Rock painting at Inkamachay. Photo: Matthias Strecker (1992).

Detail of the rock paintings at Inkamachay. Photo: Freddy Taboada.

The rock shelter of Incamachay is situated at an altitude of 3.510 m. It extends in south- north direction and is orientated towards the west. Its length is 47 m, with a width of 19 m and a height 5,70 m. The wall and the ceiling of the shelter are decorated with paintings in various colours and some engravings; also, on the ground floor there is a cupule (round artificial depression). There are about 150 rock art elements, most being paintings in white, red or in both colours. Sometimes the contour of a white figure was painted in red, or a red figure received a white outline. A few motifs were executed in green, blue, black or pink. Most of the motifs represent human figures, there are a few representations of animals and some geometric or abstract designs. Human figures are stylized and very simple, a dot stands for the head, two raised lines represent the arms. In one case, the figure stands on a sort of “pedestal”. A painting of a small archer with its bow and arrow falls out of this pattern and may belong to a different time period. The geometric and abstract designs consist of crosses (possibly prehispanic symbols), circles and rectangular forms with interior divisions. The visual impact of these paintings is impressive. Many visitors to Incamachay have been surprised by the brightness of its rock paintings. Edmundo Salinas (2001) explains that this is due to the fact that the interior of the shelter does not receive direct sun light and remains dry throughout the whole year.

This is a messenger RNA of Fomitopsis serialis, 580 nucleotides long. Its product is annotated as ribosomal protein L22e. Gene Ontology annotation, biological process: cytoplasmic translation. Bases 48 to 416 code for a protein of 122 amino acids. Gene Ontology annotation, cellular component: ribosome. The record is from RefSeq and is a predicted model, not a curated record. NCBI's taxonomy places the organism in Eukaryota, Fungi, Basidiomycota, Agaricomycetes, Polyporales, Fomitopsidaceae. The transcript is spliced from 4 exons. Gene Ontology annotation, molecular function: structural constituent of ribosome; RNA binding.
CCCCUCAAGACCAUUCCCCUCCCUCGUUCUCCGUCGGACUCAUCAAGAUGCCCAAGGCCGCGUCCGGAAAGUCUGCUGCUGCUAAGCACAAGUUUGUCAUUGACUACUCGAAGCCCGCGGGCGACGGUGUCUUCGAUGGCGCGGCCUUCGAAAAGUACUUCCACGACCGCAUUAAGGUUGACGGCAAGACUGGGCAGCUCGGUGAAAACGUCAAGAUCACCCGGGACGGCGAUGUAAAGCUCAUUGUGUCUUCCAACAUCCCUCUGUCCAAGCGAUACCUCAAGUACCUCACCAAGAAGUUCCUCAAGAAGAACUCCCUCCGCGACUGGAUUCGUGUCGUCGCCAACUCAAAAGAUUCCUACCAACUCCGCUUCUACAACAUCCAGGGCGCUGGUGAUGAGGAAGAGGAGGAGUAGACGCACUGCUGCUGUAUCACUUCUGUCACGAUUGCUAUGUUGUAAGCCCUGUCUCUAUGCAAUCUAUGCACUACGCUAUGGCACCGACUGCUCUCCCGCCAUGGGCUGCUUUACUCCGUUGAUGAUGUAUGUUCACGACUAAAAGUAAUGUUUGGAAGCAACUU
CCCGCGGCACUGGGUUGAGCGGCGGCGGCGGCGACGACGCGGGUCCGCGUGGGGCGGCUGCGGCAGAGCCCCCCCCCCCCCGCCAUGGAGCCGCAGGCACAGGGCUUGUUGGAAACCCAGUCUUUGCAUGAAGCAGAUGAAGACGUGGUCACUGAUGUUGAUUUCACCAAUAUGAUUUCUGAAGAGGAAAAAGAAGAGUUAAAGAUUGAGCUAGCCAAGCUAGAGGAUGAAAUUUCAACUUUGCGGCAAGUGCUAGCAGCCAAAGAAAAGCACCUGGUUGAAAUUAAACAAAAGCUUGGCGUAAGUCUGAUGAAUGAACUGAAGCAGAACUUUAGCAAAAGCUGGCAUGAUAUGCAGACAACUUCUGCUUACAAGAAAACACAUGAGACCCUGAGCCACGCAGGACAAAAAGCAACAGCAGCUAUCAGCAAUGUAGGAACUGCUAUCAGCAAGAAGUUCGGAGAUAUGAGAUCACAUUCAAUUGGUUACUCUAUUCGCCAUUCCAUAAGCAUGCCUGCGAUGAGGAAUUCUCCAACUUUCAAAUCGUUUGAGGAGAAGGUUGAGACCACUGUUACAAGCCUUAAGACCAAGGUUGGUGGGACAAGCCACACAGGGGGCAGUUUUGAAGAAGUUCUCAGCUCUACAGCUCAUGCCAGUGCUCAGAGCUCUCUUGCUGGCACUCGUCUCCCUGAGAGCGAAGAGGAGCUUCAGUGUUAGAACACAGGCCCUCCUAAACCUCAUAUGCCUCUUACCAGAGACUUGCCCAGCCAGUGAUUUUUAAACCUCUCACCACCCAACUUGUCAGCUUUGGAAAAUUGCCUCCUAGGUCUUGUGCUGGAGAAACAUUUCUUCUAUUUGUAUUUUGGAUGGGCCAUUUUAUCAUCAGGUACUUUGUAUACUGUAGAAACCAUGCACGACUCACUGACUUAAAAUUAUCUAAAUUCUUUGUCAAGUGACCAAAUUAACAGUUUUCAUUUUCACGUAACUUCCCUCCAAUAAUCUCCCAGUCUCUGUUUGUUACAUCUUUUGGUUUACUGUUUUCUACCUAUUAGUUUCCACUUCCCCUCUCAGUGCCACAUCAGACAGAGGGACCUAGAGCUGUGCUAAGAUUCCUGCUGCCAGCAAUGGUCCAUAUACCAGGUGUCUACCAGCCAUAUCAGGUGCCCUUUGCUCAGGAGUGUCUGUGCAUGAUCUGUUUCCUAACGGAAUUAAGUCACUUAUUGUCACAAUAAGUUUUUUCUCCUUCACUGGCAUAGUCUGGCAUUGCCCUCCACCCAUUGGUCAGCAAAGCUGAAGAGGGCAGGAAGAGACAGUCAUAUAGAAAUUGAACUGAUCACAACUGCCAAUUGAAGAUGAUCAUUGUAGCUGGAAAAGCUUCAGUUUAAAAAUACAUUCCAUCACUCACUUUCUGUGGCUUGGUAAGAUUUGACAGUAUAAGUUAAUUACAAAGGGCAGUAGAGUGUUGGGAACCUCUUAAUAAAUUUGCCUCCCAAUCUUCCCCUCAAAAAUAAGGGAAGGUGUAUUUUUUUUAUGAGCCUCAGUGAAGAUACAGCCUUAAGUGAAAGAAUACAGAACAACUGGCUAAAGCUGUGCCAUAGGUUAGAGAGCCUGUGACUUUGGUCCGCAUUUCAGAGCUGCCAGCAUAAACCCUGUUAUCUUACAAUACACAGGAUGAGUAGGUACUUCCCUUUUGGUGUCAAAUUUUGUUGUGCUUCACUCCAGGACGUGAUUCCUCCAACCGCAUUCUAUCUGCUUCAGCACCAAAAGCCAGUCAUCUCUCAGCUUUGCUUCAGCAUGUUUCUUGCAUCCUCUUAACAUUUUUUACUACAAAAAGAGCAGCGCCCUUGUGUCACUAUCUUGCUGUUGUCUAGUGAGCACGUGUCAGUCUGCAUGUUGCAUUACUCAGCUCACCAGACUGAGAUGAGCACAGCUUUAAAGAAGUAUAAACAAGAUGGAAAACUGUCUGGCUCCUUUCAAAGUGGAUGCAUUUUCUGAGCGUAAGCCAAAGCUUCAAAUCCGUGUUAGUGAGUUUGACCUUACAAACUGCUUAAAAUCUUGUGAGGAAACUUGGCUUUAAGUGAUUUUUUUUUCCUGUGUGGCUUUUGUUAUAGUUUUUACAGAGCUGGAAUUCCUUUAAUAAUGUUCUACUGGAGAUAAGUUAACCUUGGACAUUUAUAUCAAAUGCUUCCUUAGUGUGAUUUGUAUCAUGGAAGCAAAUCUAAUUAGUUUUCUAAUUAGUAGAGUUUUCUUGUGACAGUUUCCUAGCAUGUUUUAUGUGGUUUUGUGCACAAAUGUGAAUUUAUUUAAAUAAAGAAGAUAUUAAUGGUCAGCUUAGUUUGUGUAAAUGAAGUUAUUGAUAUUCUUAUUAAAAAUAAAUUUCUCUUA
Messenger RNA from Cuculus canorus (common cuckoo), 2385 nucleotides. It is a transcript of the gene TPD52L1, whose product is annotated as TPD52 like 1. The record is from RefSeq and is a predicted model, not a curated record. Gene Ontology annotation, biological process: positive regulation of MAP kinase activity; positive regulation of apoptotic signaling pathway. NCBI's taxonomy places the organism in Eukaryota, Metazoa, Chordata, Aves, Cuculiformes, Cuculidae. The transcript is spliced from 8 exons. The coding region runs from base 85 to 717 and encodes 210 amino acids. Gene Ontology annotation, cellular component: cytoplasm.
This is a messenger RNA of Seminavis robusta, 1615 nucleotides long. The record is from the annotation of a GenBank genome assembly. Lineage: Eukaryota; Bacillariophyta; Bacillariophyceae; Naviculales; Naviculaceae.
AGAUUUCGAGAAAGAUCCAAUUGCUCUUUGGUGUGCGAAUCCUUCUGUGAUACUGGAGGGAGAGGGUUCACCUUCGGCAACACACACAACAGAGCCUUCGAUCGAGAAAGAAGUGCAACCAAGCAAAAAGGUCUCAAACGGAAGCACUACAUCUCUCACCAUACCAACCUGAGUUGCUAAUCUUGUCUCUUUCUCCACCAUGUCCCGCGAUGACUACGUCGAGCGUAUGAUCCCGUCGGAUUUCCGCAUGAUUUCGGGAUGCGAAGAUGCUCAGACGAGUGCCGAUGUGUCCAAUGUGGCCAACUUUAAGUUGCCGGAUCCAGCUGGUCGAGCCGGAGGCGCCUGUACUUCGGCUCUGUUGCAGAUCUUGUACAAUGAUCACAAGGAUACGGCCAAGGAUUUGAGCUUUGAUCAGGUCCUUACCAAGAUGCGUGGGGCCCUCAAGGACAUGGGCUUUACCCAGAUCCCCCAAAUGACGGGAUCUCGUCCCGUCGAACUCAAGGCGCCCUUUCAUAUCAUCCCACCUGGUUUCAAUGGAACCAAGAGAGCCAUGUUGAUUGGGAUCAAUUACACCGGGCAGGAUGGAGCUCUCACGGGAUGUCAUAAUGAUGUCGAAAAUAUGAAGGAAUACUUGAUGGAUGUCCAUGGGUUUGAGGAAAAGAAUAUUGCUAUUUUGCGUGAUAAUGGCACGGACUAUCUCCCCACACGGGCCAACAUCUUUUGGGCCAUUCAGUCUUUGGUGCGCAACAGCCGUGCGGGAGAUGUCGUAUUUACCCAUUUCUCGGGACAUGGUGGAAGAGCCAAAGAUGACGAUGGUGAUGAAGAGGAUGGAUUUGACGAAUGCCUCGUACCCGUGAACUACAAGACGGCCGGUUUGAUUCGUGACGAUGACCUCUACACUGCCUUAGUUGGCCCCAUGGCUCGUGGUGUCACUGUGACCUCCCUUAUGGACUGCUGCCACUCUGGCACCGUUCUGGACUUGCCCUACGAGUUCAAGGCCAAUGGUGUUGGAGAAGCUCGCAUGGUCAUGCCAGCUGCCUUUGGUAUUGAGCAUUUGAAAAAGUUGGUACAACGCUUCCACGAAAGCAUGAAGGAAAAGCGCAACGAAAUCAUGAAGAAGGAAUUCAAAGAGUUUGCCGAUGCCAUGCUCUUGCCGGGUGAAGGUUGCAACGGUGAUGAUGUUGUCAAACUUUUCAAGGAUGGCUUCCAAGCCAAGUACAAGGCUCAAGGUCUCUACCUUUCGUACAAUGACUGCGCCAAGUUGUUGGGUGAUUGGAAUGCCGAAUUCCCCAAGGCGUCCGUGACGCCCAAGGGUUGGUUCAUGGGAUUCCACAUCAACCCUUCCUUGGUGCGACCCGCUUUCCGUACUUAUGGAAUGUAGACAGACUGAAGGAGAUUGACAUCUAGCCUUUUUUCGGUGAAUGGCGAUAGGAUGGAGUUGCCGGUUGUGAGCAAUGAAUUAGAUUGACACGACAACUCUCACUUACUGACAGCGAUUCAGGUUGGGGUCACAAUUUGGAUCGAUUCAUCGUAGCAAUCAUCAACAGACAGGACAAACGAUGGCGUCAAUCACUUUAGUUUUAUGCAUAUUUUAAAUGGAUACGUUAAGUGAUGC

The small cave of Pumamachay is situated in the immediate surroundings of Incamachay. The decoration of the cave falls into two categories: geometric designs (spirals, circular forms and other lines) and “biomorphs” (animal figures and one anthropomorph). An approximate dating is possible based on comparison with ceramic motifs. Edmundo Salinas (2000: 33) noted a surprising similarity between a motif in Pumamachay and a black element painted on a vessel of the Huruquilla culture and believes that the rock art of the cave could have a maximum age of 1.000 years. Huruquilla ceramics are characterized by intricate decorations which consist of geometric designs (spiral compounds, circular and oval forms, triangles and crosses). Recent investigations have revealed an even earlier date for the origin of this pottery style, which is found already in sites belonging to the periods known as Tiwanaku Early IV (400-600 AD) and Early V (800-1000 AD), according to the archaeologists Patrice Lecoq and Ricardo Céspedes (1997: 245).

Samaipata , Dept. of Santa Cruz: An enormous sculptured rock, called El Fuerte, is situated 5 km from Samaipata. Its numerous engravings, niches, channels, etc. can be observed from a boardway which has been constructed round the rock. Remains of pre-Inca, Inca and Colonial buildings are also found at the site which has been declared World Heritage by UNESCO.

Plan of the archaeological site at Samaipata (P.I.A.S.)

View of the sculptured rock at Samaipata. Photo: P.I.A.S. 1992

Rock sculpture representing feline. Photo: J. Welk.

Plan of the sculptured rock at Samaipata (P.I.A.S.).